Depending on your working arrangements, you may have already contributed to your superannuation in this financial year, either through the Super Guarantee or voluntary personal contributions. By making extra contributions into super, you’re saving more for retirement and may be eligible for tax concessions too. This will depend on your marginal tax rate and how much you’ve already paid into super.

3. Know your offsets

Making extra super contributions, for yourself and on behalf of your spouse, could also see you qualify for tax offsets. Under current Federal Government legislation, tax offsets are available to lower income earners, and for contributions made on behalf of your spouse if they’re on a low income.

 4. Investment costs

Just like money you earn from working, income from investments is liable for tax. Whether that’s rent from a property or dividends from shares, there may be deductions you can claim against these investment earnings. While an accountant can certainly offer guidance on these deductions, a Financial Planner can advise you on the overall costs and benefits of your investments. Tax is just one of the costs you need to keep in mind when exploring investment options and coming up with an investment strategy to meet your financial goals.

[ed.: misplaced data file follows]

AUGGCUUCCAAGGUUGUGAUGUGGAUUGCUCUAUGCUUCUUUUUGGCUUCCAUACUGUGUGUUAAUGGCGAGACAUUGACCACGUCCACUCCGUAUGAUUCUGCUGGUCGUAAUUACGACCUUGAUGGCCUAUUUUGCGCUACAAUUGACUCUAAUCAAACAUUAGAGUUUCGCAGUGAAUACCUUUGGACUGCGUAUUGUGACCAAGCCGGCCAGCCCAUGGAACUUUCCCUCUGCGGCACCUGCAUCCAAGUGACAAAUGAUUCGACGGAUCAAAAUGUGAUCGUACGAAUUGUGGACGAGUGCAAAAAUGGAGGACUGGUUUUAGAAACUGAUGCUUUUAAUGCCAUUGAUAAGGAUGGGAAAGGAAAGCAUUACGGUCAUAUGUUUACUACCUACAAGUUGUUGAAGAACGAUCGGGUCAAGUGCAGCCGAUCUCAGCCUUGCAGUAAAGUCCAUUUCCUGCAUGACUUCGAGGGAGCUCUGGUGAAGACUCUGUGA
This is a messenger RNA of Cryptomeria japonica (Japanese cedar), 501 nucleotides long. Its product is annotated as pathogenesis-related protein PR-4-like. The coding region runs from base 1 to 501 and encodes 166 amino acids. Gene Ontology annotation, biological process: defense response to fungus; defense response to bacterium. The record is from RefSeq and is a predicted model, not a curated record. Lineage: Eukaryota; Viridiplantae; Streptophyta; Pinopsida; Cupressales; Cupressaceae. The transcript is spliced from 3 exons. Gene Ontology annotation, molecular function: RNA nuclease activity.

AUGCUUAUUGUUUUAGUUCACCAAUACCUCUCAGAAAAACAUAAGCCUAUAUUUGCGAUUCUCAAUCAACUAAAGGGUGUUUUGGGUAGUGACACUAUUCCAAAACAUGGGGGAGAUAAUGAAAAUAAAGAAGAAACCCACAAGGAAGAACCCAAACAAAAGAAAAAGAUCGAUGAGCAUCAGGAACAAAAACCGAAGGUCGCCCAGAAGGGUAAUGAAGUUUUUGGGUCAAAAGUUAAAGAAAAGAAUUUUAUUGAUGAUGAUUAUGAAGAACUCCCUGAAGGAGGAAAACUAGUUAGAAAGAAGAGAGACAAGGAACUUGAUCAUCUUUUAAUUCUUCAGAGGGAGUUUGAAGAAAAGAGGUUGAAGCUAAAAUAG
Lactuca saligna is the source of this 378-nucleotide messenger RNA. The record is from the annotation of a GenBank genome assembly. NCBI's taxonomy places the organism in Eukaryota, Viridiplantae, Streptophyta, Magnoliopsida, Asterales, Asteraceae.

5. Tidy-up for next time

By knowing what deductions and offsets you can legitimately claim, and keeping on top of record-keeping, you could be boosting your chances of getting a tax windfall after lodging your return. But if your overall finances are in a bit of muddle, there may be just as much value in doing a spot of financial housekeeping and decluttering your finances to get all your money matters in the best of shape for the future.

Source: FPA Money and Life

How to use your tax return to build a stronger financial future

By Robert Wright /September 08,2021/

Whether you breeze through tax time or dread the extra admin, receiving a tax refund makes the effort worthwhile. For many of us, getting a financial boost will be even more welcome this year, and you might be looking around for the best ways to spend it.

Plan how you’ll spend your tax refund wisely